“The most important criterion for physicians is the prognosis for short-term survival. This means that the people treated are those most likely to survive. If several patients have a good chance, the second criterion taken into account is the investment of medical resources. Someone who, like so many Covid patients, spends a month in intensive care, has poorer chances than someone who only needs shorter treatment”.

Age in itself is not a factor, but it is indirectly taken into account in the context of the ‘short-term prognosis’ criterion, since the elderly often suffer from pre-existing chronic conditions, defined as two or more diseases. 

Official directives list illnesses that are deemed to be incompatible with hospitalisation if there is shortage of beds. They include advanced cirrhosis, cancer with a limited life expectancy, and severe heart or neurological problems.

What if ICUs are saturated to the point of having to turn away patients?

Even then, “we are strongly opposed to taking a patient’s immunisation status into account as a triage criterion”,  Sibylle Ackermann, head of ASSM’s ethics department told Switzerland’s Watson news site.

Only medical criteria should be taken into account when it comes to making a selection among patients, she added.

Michele Genoni, cardiac surgeon and president of the umbrella organisation of Swiss surgeons, agrees: “For me, it is obvious that vaccination status should never become a criterion in the allocation of intensive care beds”, he said.

“Even with severe triage, the person with the highest chance of survival should always be favoured, whether it is an unvaccinated Covid patient or an accident victim”.

READ MORE: ‘No more ICU beds’ in Zurich as Switzerland hits all-time Covid case record

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Covid face mask rule on flights in Europe set to be eased

The mandatory EU-wide mask requirement for air travel is set to be dropped from Monday, May 16th, but airlines may still require passengers to wear masks on some or all flights

Covid face mask rule on flights in Europe set to be eased

Europe-wide facemask rules on flights are set to be ditched as early as next week in light of new recommendations from health and air safety experts.

The European Union Aviation Safety Agency (EASA) and European Centre for Disease Prevention and Control (ECDC) dropped recommendations for mandatory mask-wearing in airports and during flights in updated Covid-19 safety measures for travel issued on Wednesday, May 11th.

The new rules are expected to be rolled out from Monday, May 16th, but airlines may still continue to require the wearing of masks on some or all of flights. And the updated health safety measures still say that wearing a face mask remains one of the best ways to protect against the transmission of the virus.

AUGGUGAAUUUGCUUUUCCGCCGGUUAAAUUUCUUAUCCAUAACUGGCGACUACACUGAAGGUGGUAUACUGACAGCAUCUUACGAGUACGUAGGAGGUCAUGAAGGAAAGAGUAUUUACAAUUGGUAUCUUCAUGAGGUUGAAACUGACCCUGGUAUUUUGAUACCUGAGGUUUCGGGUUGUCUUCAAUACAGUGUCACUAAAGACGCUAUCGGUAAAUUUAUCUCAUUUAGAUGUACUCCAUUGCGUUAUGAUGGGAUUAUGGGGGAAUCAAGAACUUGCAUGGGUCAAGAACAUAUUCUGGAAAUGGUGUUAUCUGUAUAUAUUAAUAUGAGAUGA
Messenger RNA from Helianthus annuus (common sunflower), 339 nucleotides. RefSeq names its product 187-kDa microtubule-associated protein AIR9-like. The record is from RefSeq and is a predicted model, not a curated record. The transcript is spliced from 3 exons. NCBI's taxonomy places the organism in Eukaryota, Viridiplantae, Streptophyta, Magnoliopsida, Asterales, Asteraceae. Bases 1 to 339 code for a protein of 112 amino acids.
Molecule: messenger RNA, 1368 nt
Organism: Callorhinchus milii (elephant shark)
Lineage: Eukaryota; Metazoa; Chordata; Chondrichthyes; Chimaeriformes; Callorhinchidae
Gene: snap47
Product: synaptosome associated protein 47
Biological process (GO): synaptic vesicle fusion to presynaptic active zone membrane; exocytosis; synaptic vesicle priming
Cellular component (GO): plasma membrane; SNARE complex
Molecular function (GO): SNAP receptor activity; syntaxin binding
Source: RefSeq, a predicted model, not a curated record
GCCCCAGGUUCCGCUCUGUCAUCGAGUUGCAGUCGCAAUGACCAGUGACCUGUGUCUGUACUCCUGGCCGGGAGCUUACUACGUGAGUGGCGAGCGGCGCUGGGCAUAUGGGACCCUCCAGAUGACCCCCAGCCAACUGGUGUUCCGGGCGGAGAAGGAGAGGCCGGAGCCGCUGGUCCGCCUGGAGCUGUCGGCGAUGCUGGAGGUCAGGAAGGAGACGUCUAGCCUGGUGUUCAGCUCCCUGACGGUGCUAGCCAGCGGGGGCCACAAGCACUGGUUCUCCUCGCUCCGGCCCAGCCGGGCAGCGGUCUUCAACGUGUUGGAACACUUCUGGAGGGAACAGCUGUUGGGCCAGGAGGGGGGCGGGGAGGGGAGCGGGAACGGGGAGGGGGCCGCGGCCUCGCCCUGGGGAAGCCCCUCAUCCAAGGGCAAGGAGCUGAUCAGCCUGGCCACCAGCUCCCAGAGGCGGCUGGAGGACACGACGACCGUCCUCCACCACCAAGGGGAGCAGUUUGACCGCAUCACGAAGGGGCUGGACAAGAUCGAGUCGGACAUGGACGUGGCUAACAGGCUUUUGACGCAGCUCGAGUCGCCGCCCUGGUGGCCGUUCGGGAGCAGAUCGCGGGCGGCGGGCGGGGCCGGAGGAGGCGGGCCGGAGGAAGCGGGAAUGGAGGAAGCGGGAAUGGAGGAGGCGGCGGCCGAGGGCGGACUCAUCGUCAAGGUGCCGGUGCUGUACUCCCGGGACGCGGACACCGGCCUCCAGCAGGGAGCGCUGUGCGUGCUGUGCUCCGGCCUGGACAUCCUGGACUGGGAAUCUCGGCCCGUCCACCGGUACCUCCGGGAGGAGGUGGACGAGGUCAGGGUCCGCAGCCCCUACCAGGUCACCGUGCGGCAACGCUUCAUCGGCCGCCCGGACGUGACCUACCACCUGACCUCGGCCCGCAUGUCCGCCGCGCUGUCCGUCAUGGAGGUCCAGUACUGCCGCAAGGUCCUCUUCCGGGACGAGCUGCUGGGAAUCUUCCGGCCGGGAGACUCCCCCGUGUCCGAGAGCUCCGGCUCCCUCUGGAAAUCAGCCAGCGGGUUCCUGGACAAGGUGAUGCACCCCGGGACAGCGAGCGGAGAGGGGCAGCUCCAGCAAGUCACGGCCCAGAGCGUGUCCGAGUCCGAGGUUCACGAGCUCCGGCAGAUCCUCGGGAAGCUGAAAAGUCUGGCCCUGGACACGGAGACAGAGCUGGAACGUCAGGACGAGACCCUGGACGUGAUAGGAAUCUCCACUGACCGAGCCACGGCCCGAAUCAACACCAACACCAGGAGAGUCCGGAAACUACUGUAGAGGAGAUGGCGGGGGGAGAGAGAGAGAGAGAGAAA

The joint EASA/ECDC statement reminded travellers that masks may still be required on flights to destinations in certain countries that still require the wearing of masks on public transport and in transport hubs.

It also recommends that vulnerable passengers should continue to wear a face mask regardless of the rules, ideally an FFP2/N95/KN95 type mask which offers a higher level of protection than a standard surgical mask.

“From next week, face masks will no longer need to be mandatory in air travel in all cases, broadly aligning with the changing requirements of national authorities across Europe for public transport,” EASA executive director Patrick Ky said in the statement. 

“For passengers and air crews, this is a big step forward in the normalisation of air travel. Passengers should however behave responsibly and respect the choices of others around them. And a passenger who is coughing and sneezing should strongly consider wearing a face mask, for the reassurance of those seated nearby.”  

ECDC director Andrea Ammon added: “The development and continuous updates to the Aviation Health Safety Protocol in light of the ongoing Covid-19 pandemic have given travellers and aviation personnel better knowledge of the risks of transmission of SARS-CoV-2 and its variants. 

“While risks do remain, we have seen that non-pharmaceutical interventions and vaccines have allowed our lives to begin to return to normal. 

“While mandatory mask-wearing in all situations is no longer recommended, it is important to be mindful that together with physical distancing and good hand hygiene it is one of the best methods of reducing transmission. 

“The rules and requirements of departure and destination states should be respected and applied consistently, and travel operators should take care to inform passengers of any required measures in a timely manner.”